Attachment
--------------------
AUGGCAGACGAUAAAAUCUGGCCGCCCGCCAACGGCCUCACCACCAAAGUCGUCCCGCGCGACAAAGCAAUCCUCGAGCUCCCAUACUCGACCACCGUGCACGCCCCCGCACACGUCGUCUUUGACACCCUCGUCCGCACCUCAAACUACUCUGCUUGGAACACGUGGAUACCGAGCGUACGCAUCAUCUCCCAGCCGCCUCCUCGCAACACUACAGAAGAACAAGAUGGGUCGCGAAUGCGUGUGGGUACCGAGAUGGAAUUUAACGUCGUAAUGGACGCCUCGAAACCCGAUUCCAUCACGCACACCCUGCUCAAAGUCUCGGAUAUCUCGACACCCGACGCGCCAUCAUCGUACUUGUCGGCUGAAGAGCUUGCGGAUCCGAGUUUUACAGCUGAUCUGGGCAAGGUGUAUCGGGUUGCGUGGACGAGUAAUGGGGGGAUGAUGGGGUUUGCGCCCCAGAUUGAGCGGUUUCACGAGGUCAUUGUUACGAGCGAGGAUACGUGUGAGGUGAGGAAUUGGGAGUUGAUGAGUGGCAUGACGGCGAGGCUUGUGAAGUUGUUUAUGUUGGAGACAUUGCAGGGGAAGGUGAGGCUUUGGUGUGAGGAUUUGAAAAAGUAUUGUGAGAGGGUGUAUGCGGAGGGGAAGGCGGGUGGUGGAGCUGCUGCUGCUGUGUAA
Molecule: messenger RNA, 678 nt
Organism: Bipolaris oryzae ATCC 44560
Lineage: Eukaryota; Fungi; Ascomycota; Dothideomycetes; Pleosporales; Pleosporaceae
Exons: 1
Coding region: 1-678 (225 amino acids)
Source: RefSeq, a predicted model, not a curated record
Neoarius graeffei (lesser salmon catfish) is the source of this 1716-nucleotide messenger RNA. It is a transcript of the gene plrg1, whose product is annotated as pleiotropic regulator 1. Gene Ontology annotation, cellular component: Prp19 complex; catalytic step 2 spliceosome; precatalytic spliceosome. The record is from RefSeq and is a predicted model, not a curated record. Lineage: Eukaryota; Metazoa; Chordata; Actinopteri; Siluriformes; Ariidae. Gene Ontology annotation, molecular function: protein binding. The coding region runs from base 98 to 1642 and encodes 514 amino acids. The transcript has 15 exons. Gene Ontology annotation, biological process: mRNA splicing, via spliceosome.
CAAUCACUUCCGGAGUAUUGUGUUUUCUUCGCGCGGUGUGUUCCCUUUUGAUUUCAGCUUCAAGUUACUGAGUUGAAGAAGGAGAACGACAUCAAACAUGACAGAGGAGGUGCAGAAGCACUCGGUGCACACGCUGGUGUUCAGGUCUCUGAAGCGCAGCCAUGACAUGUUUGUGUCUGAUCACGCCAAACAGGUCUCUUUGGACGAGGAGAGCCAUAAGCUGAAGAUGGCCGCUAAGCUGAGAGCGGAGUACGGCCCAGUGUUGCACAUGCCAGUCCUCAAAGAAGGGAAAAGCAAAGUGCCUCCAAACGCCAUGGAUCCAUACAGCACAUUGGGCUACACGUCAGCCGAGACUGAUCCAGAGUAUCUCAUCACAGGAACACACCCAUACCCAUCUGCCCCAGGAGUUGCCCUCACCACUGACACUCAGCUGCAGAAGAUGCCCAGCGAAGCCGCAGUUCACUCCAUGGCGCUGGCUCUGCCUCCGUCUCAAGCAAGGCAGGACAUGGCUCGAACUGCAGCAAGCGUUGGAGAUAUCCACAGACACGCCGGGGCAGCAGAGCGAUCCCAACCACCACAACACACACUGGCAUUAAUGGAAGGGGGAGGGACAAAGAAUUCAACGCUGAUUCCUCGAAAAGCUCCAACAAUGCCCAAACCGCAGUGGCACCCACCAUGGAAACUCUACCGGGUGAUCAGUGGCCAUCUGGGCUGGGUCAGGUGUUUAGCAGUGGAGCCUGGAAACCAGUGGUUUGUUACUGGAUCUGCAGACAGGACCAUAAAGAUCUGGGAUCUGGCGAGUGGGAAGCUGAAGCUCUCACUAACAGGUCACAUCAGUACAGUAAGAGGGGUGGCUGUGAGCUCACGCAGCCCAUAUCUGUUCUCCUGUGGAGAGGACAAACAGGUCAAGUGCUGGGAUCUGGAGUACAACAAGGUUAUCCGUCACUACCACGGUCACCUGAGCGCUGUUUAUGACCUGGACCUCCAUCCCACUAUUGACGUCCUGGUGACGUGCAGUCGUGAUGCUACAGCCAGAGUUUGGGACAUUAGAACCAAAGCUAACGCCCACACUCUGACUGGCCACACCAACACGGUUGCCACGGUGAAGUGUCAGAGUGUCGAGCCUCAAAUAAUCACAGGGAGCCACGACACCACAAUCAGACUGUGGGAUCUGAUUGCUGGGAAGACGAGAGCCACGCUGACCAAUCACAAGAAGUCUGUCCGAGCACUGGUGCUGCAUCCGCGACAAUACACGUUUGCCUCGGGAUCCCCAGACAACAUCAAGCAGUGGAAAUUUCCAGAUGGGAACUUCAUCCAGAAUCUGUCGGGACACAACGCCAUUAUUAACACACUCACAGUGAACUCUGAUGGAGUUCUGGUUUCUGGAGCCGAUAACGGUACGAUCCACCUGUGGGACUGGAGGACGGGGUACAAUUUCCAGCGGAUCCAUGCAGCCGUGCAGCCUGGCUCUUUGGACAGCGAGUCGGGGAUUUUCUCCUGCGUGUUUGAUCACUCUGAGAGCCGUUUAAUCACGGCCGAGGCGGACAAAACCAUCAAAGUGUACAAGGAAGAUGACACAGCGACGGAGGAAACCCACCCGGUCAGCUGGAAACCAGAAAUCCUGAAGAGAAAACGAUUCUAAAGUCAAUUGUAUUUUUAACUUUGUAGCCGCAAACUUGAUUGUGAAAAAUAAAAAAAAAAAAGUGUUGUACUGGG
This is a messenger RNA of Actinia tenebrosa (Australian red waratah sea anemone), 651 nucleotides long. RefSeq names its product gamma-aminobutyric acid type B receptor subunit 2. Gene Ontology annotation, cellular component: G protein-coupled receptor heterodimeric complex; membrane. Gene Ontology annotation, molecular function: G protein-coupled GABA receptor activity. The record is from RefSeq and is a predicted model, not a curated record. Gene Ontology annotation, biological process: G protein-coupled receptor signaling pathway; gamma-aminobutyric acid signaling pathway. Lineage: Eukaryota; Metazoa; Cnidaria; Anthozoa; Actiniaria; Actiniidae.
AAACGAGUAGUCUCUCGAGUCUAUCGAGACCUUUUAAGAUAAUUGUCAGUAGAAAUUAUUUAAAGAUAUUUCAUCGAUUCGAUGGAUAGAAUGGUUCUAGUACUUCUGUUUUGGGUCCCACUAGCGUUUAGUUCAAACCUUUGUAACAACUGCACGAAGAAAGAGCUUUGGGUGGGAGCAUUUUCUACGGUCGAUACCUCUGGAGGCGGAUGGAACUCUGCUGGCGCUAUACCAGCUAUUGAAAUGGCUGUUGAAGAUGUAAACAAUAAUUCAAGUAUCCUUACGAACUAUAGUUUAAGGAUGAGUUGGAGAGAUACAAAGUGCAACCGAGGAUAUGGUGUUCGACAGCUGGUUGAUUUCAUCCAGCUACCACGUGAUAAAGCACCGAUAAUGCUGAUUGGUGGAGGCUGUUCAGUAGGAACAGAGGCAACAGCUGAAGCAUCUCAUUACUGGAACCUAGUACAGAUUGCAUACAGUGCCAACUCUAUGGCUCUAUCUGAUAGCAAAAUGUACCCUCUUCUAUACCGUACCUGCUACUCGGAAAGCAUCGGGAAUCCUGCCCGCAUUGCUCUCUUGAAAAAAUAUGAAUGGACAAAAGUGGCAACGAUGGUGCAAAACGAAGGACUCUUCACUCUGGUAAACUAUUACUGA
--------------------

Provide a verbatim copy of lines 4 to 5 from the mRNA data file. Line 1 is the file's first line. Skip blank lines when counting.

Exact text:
Lineage: Eukaryota; Fungi; Ascomycota; Dothideomycetes; Pleosporales; Pleosporaceae
Exons: 1